China on corals: Philippines creating political drama from fiction

Michael Punongbayan - The Philippine Star
China on corals: Philippines creating political drama from fiction
Screengrab from Philippine Coast Guard shows damage to marine environment and coral reef.
Philippine Coast Guard

MANILA, Philippines — It’s the grounded BRP Sierra Madre in Ayungin Shoal that is causing “irrevocable harm” to the marine environment, according to China, as it denied clearing Rozul Reef of its corals, saying the Philippines is “creating a political drama from fiction.”

“If the Philippines truly cares about the ecological environment of the South China Sea, it should tow away the illegally ‘grounded’ warship at Ren’ai Jiao (Ayungin Shoal) as soon as possible, stop it from discharging polluted water into the ocean and not let the rusting warship bring irrevocable harm to the ocean,” Chinese foreign ministry spokesperson Mao Ning said on Thursday, referring to Ayungin Shoal by its name assigned by Beijing.

The BRP Sierra Madre is a World War II-era transport ship deliberately beached in 1994 in Ayungin Shoal to serve as an outpost for a handful of Marines tasked to guard and protect the country’s interests in the West Philippine Sea.

The Philippine Coast Guard (PCG) discovered the destruction of corals in Rozul Reef after the departure of more than a dozen Chinese vessels from the area, which is within the Philippines’ exclusive economic zone.

“The Philippines’ accusations have no factual basis. We urge relevant party of the Philippines to stop creating a political drama from fiction,” Mao said.

China issued the statement after the Philippines announced plans to file complaints before an international court to hold China accountable for environmental depredation.

The Department of Foreign Affairs (DFA) said it is awaiting an assessment of relevant agencies on the environmental damage to Rozul Reef and is prepared to support state lawyers in filing a case against China.

“Article 192 of UNCLOS (United Nations Convention on the Law of the Sea) obliges States to protect and preserve the marine environment,” the DFA said in a statement also issued late Thursday.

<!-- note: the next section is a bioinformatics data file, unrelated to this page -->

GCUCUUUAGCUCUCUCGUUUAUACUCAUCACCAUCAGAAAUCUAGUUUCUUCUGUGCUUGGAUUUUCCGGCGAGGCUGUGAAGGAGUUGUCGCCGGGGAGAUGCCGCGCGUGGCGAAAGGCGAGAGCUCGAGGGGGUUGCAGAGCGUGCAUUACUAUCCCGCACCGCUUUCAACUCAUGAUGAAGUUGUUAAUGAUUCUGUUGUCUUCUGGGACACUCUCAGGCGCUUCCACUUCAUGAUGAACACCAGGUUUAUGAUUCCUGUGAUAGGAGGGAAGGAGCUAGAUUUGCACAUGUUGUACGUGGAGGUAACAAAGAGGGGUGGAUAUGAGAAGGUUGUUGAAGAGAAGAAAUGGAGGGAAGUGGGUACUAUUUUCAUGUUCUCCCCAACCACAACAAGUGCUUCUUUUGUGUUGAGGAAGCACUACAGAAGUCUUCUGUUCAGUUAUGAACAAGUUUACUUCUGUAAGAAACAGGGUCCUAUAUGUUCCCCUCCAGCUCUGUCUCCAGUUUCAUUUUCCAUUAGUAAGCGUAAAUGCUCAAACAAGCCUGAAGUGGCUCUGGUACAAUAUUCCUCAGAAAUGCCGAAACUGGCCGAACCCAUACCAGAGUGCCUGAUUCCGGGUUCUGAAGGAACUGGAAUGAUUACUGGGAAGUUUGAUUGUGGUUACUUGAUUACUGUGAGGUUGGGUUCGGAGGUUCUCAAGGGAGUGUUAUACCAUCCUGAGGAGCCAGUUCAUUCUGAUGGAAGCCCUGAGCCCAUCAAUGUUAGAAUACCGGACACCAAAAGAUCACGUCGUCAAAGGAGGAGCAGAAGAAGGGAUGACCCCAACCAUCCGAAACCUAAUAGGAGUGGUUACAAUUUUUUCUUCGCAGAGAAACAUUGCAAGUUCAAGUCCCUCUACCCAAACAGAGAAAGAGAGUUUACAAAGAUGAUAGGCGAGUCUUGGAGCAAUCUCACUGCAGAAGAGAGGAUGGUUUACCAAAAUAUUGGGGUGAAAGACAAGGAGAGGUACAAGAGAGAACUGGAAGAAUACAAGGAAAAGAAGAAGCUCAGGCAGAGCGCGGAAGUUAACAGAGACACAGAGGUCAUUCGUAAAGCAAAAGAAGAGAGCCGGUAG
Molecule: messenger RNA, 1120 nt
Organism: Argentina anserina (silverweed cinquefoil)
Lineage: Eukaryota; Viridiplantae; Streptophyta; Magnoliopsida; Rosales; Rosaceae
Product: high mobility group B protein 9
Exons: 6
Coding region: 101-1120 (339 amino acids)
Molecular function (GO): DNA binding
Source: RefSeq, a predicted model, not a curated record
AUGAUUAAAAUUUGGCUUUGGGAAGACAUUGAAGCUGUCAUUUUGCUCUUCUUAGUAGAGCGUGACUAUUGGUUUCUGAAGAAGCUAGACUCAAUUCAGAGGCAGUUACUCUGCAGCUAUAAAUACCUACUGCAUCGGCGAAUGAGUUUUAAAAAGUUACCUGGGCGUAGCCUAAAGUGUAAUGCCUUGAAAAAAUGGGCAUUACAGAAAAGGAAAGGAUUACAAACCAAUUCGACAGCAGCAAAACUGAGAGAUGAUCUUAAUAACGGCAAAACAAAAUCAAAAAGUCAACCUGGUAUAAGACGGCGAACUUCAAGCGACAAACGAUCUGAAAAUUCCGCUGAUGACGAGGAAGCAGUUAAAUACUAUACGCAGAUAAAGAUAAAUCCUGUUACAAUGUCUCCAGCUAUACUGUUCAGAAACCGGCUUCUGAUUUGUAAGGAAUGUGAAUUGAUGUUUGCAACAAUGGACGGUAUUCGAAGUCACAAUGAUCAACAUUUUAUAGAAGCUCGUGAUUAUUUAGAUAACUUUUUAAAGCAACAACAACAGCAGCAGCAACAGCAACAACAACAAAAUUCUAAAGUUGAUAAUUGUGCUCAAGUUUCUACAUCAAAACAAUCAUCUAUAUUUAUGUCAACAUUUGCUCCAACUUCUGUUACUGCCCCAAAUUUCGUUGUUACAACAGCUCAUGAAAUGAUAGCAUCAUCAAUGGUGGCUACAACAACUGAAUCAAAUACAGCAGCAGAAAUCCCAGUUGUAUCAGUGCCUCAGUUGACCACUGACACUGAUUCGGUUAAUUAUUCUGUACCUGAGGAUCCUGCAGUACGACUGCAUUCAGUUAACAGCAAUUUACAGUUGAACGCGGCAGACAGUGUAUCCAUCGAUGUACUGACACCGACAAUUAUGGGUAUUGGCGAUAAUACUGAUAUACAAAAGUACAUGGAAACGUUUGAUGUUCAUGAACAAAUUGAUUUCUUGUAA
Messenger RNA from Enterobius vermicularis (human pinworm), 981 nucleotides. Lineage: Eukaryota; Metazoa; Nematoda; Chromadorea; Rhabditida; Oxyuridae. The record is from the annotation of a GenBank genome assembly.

“As clarified by the 2016 Arbitral Award on the South China Sea, this obligation applies in all maritime areas, both inside the national jurisdiction of States and beyond it. States entering the Philippines’ EEZ and maritime zones therefore are likewise obliged to protect and preserve our marine environment,” it read.

The DFA said it also understands that the Office of the Solicitor General is exploring legal options to pursue.

The Department of Environment and Natural Resources (DENR) said it laments the destruction of coral reefs in the West Philippine Sea, just as over 60 countries signed the United Nations Convention on the Law of the Sea on the conservation and sustainable use of marine biodiversity beyond national jurisdiction or BBNJ Agreement last Sept. 20.

“Scientific studies have established that the marine ecosystem in the Kalayaan Island Group is critical for the sustainable supply of fish and coral larvae in the Philippines and the region. The rich biodiversity in the reefs, shoals and coasts is documented by the DENR, the National Mapping and Resource Information Authority, the University of the Philippines-Marine Science Institute and other partner-organizations,” it said.

“We therefore strongly deplore any activity that leads to the damage and destruction of the coral reefs in the Kalayaan Island Group. We join the call for signatory States and their citizens to adhere to Article 192 of the United Nations Convention on the Law of the Sea – to protect and preserve the marine environment,” the DENR added.

Tap international help

Sen. Francis Tolentino said the government should tap the UN, as well as private and public international groups, in collecting evidence for legal action against China.

“I think China will only pay if there is conclusive proof shown to the entire global community that would probably place them in a situation that they would behave appropriately,” Tolentino said.

“Everything has to be subject to proof. There’s no denying that they’re the only country interested because Escoda, Sabina is sort of the guard post going to Ayungin (Shoal),” Tolentino said in an interview over CNN Philippines.

He also chided the Chinese foreign ministry for blaming the Sierra Madre for the environmental destruction in the West Philippine Sea.

“The rust coming from BRP Sierra Madre is nothing compared to the destruction of the corals in Panganiban Reef, which is inside the exclusive economic zone of the Philippines, which was made into an artificial island by China as a military base that has a 3,125-meter runway and continues to cause widespread pollution and destroyed the marine ecosystem of the area. This should not be forgotten,” the senator said.

“Apparently they’re trying to evade the issue and not just pictures, but the science-based proof would show that the destruction made in Iroquios (Rozul) as well as in Escoda and Sabina are not really due to natural waves or current, but it’s man-made,” said Tolentino.

“They are the only ones there because of their swarming activities, this caused the discoloration, pulverized corals, so these are man-made activities and intervention,” he added.

He said the International Tribunal for the Law of the Sea might be the best venue to raise the issue as the 21 members of ITLOS have enough experience in handling similar cases.

Meanwhile, the PCG awarded on Thursday with Bronze Cross Medals its personnel stationed on Kalayaan Island.

PCG’s Palawan district commander Capt. Dennis Rem Labay said the personnel were recognized for “their sacrifices and valuable public service during their assignment.”

The PCG did not name the officers given awards or how many they were. – Bella Cariaso, Cecille Suerte Felipe, Ghio Ong

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